asked the Prime Minister if he will pay an official visit to Coventry.
I have at present no plans to do so.
Is my right hon. Friend aware that we are disappointed by that reply because we were hoping to compliment him on his first year as Prime Minister and to look forward to at least two more years? Will he make clear when he next comes to Coventry that the Government are fully committed to an expanding British Leyland, which includes the new Mini project, and will he and his colleagues, as a matter of urgency, get the release of the capital funds that we need, not only for the motor industry but for the industrial performance of the country generally?
I am much obliged to my hon. Friend. I take it that when he referred to another two years in office he meant another two years in this Parliament and a further five years afterwards. I should not want there to be any misunderstanding about that among the Opposition.The Labour Government saved British Leyland against the votes of the Opposition and gave an opportunity for the workpeople there, at all levels, to prove that they could produce the goods. It is up to them. A review of projects is going on and I hope that, by their own efforts and work and by the absence of strikes, the workpeople will give the Government confidence to carry on with their additional subventions.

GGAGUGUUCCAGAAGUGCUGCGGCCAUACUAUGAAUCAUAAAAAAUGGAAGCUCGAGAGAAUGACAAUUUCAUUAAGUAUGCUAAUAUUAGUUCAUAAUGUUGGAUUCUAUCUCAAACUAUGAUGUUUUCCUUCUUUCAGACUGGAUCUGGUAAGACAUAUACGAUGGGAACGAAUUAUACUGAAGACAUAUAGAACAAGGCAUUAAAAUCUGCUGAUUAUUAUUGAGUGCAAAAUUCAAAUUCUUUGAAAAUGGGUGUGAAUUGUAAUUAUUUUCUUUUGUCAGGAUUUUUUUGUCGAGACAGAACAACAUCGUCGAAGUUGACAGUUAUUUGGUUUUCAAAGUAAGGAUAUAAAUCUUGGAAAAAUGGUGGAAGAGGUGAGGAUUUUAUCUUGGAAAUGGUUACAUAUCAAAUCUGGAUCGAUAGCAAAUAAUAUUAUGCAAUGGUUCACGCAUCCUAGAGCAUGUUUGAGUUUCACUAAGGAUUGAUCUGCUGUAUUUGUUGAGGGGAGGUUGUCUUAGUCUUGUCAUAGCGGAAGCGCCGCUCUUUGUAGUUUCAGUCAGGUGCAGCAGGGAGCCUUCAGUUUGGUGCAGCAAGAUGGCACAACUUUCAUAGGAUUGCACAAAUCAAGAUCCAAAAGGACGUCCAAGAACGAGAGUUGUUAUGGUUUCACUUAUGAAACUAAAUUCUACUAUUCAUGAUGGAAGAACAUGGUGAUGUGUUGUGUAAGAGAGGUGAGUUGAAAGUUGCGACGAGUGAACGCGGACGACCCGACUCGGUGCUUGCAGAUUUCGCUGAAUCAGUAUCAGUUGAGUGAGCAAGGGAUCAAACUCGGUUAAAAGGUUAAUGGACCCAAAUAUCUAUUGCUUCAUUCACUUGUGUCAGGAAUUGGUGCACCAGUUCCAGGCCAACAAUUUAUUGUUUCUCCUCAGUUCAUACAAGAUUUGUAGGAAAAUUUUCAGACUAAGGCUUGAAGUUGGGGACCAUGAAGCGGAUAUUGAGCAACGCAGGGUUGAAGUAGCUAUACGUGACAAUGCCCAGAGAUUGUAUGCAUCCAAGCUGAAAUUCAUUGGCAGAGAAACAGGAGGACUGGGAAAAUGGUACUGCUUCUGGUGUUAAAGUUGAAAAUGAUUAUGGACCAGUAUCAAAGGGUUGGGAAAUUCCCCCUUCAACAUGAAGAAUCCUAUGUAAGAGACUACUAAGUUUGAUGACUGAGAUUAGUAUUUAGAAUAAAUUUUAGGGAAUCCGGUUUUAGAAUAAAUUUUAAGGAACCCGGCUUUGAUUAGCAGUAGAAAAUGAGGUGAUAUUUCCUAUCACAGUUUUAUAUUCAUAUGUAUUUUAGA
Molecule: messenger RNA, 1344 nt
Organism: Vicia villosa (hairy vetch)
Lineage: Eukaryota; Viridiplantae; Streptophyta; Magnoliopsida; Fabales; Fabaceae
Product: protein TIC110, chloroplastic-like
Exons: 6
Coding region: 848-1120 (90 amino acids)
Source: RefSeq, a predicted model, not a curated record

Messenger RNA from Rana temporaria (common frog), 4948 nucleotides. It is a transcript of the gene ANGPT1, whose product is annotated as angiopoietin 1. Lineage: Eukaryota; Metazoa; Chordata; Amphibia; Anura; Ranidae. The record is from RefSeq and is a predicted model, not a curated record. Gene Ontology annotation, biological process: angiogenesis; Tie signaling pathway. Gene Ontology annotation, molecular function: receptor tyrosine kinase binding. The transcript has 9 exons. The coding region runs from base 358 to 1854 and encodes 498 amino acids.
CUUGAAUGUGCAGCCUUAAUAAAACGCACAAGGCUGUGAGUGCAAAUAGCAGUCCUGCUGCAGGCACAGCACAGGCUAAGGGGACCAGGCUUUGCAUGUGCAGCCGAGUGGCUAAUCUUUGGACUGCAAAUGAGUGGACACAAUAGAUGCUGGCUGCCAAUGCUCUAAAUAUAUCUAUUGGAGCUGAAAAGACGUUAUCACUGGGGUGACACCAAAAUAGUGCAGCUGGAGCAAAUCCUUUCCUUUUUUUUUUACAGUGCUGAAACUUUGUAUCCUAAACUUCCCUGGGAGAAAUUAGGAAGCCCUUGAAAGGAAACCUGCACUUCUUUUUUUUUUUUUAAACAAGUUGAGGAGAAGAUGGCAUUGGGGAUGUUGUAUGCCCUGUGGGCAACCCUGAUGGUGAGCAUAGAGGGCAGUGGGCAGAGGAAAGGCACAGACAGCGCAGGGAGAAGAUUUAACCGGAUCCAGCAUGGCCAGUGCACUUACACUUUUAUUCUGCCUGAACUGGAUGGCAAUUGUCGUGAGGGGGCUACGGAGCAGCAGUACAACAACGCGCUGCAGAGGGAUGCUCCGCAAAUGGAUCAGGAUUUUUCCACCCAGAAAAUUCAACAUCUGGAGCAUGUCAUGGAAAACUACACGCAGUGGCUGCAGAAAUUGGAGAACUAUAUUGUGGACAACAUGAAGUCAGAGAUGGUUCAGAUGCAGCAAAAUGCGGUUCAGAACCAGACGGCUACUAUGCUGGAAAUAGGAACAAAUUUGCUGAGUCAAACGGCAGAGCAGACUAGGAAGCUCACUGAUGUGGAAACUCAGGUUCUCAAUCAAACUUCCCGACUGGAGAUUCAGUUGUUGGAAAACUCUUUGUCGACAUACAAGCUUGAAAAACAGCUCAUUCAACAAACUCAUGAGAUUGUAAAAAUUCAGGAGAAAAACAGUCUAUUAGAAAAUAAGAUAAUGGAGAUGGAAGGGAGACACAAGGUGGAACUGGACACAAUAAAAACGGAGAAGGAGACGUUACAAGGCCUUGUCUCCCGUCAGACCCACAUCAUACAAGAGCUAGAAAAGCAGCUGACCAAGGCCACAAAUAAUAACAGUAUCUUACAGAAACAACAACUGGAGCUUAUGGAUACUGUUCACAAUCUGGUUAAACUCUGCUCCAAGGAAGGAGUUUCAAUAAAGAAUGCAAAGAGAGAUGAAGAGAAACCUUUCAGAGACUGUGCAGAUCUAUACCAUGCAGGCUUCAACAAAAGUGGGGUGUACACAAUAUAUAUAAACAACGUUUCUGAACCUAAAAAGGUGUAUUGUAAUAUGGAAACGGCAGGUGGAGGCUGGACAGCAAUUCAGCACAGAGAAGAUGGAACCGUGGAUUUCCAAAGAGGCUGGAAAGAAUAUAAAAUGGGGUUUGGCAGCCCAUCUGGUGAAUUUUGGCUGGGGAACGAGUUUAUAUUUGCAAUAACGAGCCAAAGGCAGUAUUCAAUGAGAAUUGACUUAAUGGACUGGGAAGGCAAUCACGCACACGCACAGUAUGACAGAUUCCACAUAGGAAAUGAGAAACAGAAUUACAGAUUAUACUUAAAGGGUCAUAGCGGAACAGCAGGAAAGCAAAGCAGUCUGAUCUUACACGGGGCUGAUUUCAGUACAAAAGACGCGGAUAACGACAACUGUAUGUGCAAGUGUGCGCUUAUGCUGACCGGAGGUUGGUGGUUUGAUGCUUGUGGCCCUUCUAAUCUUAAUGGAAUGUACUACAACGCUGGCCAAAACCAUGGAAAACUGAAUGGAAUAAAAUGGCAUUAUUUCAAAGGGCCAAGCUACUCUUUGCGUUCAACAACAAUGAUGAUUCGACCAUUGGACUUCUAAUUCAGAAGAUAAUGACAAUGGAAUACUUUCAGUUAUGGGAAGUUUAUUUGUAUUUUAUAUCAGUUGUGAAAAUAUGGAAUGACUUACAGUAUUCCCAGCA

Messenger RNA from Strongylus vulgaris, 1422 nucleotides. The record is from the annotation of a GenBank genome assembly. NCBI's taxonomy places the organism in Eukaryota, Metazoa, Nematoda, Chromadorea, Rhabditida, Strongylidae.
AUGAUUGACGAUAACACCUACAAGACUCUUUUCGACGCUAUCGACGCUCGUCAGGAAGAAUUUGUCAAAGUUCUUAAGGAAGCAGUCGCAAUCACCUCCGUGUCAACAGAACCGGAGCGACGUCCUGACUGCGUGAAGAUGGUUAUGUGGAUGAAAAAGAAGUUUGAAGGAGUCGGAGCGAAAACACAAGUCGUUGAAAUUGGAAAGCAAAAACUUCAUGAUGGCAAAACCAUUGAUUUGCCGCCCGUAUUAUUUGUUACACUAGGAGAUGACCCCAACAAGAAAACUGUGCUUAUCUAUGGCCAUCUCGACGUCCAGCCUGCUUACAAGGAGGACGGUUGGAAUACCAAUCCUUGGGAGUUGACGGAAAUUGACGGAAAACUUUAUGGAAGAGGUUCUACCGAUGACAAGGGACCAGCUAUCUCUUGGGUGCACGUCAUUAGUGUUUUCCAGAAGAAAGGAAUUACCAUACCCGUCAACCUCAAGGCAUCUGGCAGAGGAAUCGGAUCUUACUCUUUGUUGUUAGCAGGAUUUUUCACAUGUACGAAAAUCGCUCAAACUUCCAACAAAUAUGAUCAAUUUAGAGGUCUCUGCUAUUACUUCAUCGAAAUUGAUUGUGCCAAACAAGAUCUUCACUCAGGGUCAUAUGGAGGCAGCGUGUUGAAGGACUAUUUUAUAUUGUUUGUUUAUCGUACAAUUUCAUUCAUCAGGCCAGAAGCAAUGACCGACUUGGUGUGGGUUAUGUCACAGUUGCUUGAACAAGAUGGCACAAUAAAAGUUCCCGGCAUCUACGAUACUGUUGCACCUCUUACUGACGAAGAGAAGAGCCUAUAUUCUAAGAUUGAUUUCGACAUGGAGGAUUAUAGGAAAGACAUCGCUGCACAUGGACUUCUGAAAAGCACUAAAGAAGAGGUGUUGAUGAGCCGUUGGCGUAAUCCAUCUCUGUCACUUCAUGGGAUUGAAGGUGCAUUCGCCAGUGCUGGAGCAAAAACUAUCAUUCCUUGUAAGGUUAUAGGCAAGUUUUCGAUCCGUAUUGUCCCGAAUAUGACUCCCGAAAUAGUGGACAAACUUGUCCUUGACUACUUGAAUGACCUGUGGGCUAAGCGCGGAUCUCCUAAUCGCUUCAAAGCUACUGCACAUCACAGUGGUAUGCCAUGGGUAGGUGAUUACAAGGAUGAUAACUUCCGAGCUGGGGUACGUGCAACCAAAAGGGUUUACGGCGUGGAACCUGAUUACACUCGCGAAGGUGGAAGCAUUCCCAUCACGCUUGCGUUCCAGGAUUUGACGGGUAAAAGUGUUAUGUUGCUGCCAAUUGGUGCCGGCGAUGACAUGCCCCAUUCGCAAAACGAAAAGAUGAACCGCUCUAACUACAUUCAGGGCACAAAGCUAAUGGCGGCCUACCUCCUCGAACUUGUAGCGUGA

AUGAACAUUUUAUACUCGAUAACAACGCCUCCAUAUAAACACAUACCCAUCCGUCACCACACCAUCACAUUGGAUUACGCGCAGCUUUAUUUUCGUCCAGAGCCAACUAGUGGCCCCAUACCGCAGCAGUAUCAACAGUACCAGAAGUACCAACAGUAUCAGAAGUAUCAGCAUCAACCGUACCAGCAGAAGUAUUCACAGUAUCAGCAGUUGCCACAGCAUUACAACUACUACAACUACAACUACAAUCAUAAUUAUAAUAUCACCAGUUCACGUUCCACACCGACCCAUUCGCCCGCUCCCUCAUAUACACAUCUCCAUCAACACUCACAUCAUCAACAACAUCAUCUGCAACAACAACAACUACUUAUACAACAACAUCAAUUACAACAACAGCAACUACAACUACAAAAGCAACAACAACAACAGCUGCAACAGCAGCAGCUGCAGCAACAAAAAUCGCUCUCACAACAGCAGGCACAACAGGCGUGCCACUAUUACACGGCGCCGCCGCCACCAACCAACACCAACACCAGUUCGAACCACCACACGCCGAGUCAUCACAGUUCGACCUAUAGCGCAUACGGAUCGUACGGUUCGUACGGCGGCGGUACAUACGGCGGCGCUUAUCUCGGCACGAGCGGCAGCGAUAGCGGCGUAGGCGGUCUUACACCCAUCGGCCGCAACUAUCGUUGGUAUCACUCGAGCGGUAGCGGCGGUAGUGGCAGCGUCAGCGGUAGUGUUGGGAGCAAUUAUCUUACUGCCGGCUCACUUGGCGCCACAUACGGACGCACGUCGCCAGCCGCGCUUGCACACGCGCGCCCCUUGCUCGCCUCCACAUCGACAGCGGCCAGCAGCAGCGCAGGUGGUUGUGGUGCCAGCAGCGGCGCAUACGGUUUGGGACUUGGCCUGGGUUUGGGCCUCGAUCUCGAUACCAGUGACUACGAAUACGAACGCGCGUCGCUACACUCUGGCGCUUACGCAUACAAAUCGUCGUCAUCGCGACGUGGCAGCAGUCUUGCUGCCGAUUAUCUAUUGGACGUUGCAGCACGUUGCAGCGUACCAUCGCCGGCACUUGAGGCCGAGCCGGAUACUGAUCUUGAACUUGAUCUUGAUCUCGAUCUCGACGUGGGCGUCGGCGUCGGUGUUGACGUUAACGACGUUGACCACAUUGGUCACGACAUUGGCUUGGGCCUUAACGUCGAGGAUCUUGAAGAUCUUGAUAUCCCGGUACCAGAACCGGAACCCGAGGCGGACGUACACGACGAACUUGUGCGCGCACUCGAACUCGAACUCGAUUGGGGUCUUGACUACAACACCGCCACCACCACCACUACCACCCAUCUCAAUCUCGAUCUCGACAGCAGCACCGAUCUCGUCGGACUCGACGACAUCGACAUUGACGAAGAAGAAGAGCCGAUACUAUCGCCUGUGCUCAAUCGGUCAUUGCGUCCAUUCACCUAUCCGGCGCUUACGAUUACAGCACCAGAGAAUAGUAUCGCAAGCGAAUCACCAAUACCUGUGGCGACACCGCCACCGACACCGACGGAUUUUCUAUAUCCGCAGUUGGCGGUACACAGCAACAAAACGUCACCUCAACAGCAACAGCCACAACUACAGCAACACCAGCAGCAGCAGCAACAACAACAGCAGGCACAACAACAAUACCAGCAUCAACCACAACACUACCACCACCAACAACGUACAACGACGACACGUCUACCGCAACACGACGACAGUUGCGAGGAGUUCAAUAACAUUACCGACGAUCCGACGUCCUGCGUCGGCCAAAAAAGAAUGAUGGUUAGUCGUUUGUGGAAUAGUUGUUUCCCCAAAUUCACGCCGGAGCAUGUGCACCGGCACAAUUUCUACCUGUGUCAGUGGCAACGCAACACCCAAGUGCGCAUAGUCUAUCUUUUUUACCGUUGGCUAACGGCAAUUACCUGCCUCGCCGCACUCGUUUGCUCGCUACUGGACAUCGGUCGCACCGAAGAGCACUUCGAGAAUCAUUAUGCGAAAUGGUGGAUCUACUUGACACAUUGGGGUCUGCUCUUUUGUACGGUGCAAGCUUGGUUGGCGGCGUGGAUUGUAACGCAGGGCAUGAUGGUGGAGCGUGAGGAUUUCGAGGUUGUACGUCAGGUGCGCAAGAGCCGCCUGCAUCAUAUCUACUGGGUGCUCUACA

The Prime Minister talks about democracy, but what makes him think that the answer given by the people in his humiliating by-election defeats is wrong and that he is right and that he should stay in office? Had he better not go, and go now?
The people may well be right. They often are. But at the moment, so long as we command a majority in this House, it is our responsibility to conduct affairs as we think right in the interests of the country. We shall continue to do this, and in the end the people may come to see this. I hope this is so.